Indirect cooling: Expansion is a second way of natural gas cooling. It can be achieved by the expander or Joule-Thomson valve. These processes are characterized by a temperature drop to remove condensed water to yield dehydrated natural gas. The principal is the similar to the removal of humidity from outside air as a result of air conditioning. Gas is forced through a constriction called an expansion valve into space with a lower pressure. As a gas expands, the average distance between molecules grows. Because of intermolecular attractive forces, expansion causes an increase in the potential energy of the gas. If no external work is extracted in the process and no heat is transferred, the total energy of the gas remains the same. The increase in potential energy thus implies a decrease in kinetic energy and therefore in temperature.
 Adsorption: Solid desiccant dehydration, also known as solid bed, utilizes the adsorption principles for removing water vapor. Adsorbents used include silica gel (most commonly used), molecular - 8 - sieve (common in natural gas vehicle dryers), activated alumina and activated carbon. The wet gas enters into an inlet separator to ensure removal of contaminants and free water. The gas stream is then directed into an adsorption tower where the water is adsorbed by the desiccant. When the adsorption tower approaches maximum loading, the gas stream is automatically switched to another tower allowing the first tower to be regenerated. Heating a portion of the mainstream gas flow and passing it through the desiccant bed regenerates the loaded adsorbent bed. The regeneration gas is typically heated in an indirect heater. The undersaturated regeneration gas is then passed through the bed removing water and liquid hydrocarbons. These liquid components have to be removing from gas for two main reasons. First reason is present the water can allow natural gas hydrates forming. Second reason is a lot of corrosive and aggressive compounds (H2S, CO2) can be absorbed in this liquid phase. The regeneration gas exits the top of the tower and is cooled most commonly with an air-cooled heat exchanger. Condensed water and hydrocarbons are separated and the gas is recycled back into the wet gas inlet for processing.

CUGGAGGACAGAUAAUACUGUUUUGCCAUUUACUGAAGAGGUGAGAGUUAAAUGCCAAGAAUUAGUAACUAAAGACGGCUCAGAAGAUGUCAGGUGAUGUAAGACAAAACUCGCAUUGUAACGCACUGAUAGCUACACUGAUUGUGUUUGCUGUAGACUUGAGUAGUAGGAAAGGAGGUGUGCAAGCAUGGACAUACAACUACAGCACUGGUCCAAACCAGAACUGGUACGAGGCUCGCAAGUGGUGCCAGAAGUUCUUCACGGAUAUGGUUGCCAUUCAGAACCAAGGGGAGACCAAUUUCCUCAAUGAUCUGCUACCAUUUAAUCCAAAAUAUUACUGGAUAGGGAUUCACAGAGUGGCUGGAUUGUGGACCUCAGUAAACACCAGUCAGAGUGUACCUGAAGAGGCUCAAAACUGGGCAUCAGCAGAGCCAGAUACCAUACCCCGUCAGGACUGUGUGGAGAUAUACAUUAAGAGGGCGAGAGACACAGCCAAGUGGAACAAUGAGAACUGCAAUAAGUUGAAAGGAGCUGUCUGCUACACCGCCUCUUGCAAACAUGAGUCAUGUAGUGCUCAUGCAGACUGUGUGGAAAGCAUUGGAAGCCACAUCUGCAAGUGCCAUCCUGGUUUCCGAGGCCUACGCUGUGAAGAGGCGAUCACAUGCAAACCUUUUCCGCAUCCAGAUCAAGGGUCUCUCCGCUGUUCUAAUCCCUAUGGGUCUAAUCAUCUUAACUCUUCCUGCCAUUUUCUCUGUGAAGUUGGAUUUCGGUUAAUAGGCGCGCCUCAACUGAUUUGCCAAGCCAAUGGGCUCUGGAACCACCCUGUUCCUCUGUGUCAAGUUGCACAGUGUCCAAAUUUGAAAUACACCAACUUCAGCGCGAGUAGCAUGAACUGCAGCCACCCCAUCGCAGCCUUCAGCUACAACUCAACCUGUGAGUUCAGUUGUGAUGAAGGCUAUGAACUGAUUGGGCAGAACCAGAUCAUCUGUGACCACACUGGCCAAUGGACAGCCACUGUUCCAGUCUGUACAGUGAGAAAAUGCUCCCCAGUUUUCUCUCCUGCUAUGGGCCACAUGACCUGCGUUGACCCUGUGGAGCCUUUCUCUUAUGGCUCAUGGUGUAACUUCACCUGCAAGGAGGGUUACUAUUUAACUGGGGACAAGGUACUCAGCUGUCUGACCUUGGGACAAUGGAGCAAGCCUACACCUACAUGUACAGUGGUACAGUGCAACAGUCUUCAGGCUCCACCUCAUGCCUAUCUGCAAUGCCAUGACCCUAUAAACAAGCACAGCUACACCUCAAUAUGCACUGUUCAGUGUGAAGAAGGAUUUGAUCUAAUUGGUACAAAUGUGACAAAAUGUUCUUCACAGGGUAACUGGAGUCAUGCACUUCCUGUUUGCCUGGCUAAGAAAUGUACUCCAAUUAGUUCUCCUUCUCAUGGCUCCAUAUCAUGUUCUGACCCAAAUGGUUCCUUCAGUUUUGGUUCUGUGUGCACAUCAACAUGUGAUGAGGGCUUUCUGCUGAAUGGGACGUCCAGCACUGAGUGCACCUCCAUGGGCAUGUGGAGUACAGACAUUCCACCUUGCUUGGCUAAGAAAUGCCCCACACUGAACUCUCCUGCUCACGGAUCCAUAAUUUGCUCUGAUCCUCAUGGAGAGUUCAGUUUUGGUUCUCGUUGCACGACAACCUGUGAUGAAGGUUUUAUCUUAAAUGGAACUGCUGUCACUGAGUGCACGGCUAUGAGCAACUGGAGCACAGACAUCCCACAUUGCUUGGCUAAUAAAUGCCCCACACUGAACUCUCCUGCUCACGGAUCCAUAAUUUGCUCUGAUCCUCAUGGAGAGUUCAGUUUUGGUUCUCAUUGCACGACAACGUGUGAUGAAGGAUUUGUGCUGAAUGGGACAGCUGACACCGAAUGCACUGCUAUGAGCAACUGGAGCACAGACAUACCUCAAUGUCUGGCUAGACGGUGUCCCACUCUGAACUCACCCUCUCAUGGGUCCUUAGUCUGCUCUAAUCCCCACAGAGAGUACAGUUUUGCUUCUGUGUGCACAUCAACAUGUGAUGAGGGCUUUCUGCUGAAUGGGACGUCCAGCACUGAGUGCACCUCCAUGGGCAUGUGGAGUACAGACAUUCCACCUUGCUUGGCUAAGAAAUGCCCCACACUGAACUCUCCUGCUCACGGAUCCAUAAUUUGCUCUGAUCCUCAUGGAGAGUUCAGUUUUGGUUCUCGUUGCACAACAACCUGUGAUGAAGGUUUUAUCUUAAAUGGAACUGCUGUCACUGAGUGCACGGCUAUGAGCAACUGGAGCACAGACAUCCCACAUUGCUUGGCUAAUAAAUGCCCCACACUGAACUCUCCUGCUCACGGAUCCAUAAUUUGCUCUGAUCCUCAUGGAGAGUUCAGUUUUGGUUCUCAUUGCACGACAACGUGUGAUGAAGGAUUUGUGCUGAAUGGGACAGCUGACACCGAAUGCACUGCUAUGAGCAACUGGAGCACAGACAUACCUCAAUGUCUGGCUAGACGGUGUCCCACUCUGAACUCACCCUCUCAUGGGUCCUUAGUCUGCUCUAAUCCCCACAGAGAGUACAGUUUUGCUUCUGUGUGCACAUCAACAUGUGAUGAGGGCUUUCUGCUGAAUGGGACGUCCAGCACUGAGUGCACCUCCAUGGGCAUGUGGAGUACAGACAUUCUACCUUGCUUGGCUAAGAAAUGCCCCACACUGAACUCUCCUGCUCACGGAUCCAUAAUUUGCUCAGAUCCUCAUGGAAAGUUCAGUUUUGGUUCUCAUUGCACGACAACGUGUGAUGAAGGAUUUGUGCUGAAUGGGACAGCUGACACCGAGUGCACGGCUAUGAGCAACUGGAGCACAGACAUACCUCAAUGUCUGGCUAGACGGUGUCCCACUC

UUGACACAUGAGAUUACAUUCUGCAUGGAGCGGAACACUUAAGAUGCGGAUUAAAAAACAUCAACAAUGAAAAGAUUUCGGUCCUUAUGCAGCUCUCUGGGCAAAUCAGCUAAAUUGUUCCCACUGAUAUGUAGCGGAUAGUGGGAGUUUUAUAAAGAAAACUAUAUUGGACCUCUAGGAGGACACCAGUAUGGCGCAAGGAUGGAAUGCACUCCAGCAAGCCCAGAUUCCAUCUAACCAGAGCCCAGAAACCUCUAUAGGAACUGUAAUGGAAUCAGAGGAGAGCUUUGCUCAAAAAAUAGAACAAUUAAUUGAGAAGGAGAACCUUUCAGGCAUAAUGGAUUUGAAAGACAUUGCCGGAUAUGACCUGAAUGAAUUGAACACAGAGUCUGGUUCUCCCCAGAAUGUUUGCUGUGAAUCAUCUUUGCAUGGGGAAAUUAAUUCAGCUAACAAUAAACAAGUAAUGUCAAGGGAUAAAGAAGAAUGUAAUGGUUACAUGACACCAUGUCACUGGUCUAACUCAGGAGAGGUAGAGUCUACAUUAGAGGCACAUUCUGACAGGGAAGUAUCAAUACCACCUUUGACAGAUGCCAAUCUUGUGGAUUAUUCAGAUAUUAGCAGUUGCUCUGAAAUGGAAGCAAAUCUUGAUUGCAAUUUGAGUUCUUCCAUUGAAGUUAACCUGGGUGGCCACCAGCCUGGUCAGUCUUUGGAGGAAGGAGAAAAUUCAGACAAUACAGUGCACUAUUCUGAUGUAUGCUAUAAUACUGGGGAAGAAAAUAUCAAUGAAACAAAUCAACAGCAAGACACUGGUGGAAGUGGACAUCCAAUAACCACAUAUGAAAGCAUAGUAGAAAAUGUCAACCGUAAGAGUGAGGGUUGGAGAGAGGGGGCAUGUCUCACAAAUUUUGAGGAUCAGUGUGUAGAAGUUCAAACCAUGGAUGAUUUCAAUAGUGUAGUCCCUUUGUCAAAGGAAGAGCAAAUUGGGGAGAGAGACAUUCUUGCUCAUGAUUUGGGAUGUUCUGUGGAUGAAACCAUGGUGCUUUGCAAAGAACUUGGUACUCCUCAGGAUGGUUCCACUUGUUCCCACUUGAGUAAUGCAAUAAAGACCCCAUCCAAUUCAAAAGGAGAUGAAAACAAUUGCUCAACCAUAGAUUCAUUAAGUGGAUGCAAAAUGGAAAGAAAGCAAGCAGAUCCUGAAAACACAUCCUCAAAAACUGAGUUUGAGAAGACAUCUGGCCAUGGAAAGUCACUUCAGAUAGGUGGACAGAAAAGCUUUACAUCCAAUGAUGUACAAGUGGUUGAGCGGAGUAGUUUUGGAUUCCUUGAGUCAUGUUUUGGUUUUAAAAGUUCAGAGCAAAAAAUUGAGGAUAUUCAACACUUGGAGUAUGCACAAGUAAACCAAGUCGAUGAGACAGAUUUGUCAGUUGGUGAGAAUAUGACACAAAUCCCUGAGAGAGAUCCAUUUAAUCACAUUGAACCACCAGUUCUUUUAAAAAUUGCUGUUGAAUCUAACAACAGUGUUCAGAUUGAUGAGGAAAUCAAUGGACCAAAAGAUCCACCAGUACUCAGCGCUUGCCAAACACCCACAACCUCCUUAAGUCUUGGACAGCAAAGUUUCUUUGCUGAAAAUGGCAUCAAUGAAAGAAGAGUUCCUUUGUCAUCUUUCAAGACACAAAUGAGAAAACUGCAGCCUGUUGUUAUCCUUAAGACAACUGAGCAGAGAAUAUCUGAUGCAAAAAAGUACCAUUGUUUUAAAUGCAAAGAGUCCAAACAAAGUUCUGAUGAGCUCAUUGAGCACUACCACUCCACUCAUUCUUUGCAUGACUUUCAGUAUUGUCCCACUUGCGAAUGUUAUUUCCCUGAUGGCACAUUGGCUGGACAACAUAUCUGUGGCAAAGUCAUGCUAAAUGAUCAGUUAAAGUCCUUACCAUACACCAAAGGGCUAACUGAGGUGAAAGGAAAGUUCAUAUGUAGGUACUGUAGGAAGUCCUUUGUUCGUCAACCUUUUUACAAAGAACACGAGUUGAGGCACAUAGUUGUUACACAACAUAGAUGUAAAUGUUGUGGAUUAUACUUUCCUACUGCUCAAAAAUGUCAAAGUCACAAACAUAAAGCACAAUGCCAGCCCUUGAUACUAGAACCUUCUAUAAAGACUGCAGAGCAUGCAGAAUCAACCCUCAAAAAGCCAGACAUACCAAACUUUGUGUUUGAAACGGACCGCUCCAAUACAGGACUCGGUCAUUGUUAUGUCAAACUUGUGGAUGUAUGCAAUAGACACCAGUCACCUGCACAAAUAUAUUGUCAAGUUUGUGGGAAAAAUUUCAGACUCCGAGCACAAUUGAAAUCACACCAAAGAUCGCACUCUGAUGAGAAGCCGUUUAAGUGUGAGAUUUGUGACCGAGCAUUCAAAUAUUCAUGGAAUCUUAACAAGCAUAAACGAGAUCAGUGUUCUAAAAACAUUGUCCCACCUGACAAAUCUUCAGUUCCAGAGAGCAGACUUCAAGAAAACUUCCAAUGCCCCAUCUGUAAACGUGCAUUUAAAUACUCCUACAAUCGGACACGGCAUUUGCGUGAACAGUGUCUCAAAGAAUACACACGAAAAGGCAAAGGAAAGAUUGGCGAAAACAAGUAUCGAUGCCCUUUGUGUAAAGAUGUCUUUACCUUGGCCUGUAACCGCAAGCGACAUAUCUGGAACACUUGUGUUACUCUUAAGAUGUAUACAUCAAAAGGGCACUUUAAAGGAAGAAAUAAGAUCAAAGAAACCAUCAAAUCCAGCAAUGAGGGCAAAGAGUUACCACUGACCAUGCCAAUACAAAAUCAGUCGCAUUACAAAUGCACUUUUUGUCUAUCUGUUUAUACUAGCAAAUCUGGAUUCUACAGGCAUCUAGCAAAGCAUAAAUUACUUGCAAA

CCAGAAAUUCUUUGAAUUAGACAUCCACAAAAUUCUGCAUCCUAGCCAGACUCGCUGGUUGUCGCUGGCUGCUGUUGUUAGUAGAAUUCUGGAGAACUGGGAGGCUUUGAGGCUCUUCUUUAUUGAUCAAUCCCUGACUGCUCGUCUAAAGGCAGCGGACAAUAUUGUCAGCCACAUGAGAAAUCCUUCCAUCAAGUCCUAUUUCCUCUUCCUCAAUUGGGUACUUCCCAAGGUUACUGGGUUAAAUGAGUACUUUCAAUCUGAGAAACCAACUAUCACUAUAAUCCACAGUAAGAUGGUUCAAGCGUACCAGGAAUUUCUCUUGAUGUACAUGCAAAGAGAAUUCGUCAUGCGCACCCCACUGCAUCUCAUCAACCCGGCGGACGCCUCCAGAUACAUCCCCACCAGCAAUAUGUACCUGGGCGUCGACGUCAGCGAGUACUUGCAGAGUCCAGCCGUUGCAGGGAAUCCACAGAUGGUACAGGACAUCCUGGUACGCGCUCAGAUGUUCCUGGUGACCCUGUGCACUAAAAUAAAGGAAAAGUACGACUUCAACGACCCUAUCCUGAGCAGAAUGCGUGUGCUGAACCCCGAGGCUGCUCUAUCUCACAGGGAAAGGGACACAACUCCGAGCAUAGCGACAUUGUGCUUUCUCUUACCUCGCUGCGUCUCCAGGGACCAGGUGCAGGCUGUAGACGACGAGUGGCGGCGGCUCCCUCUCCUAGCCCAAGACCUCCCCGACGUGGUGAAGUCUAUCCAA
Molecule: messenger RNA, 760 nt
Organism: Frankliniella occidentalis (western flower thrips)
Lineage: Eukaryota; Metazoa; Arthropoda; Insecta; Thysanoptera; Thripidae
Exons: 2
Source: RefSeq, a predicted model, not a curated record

Absorption: The fourth method of dehydration utilizes liquid desiccant and it is the most commonly used for dehydrating natural gas moved through transmission lines. Method removes water from the gas stream by counter current contact, in a tray type contactor tower, with tri-ethylene glycol (TEG). Natural gas enters the unit at the bottom of the adsorber tower and rises through the tower where it contacted with the TEG solution flowing downward across bubble trays. Through the contact, the gas gives up its water vapor to the TEG. The water laden TEG is circulated in a closed system, where the water is boiled from the TEG. The regenerated TEG then is recirculated to the contacting tower.


Natural gas that comes from oil wells is not totally pure but there are contaminants or mixtures in gas or typically termed 'associated gas’ like water vapor, hydrogen sulfide (H2S), carbon dioxide, helium, nitrogen, and other. These mixtures in natural gas can cause the problems for the production operation, transportation, storage and use of the gas. One of those contaminants is water content. This water can result in corrosion of pipeline and fittings in gas transmission systems and the formation of ice or hydrates that causing flow restriction, with resulting consequences in terms of plant operating efficiency.


This project work would seek to;

1.      Determine gas dehydration process when tri-ethylene glycol (TEG) is used as the dehydrating agent using HYSYS.

2.      Compare tri-ethylene glycol (TEG) with other dehydrating agents


The research question of this project is based on the following;

·                     How is gas dehydration carried out on an FPSO?

·                     What is the best method to employ while dehydrating gas?

·                     How can loss of tri-ethylene glycol be controlled?


All raw natural gas is fully saturated with water vapor when produced from an underground reservoir. Because most of the water vapor has to be removed from natural gas before it can be commercially marketed, all natural gas is subjected to a dehydration process. This project work discusses the types of glycols that may be used and the process used to re  move water with glycol (TEG).


The project work involves the fabrication of the dehydration unit on the Floating, production, storage and offloading vessel (FPSO) and Simulation of the natural gas dehydration using the of Aspen hysys. This work was limited due to financial constraint, difficulty arising from the software used (hysys).


Aspen hysys software was used as a simulation tool for the dehydration of the gas using triethylene glycol (TEG) as an absorbent for the removal of water vapour.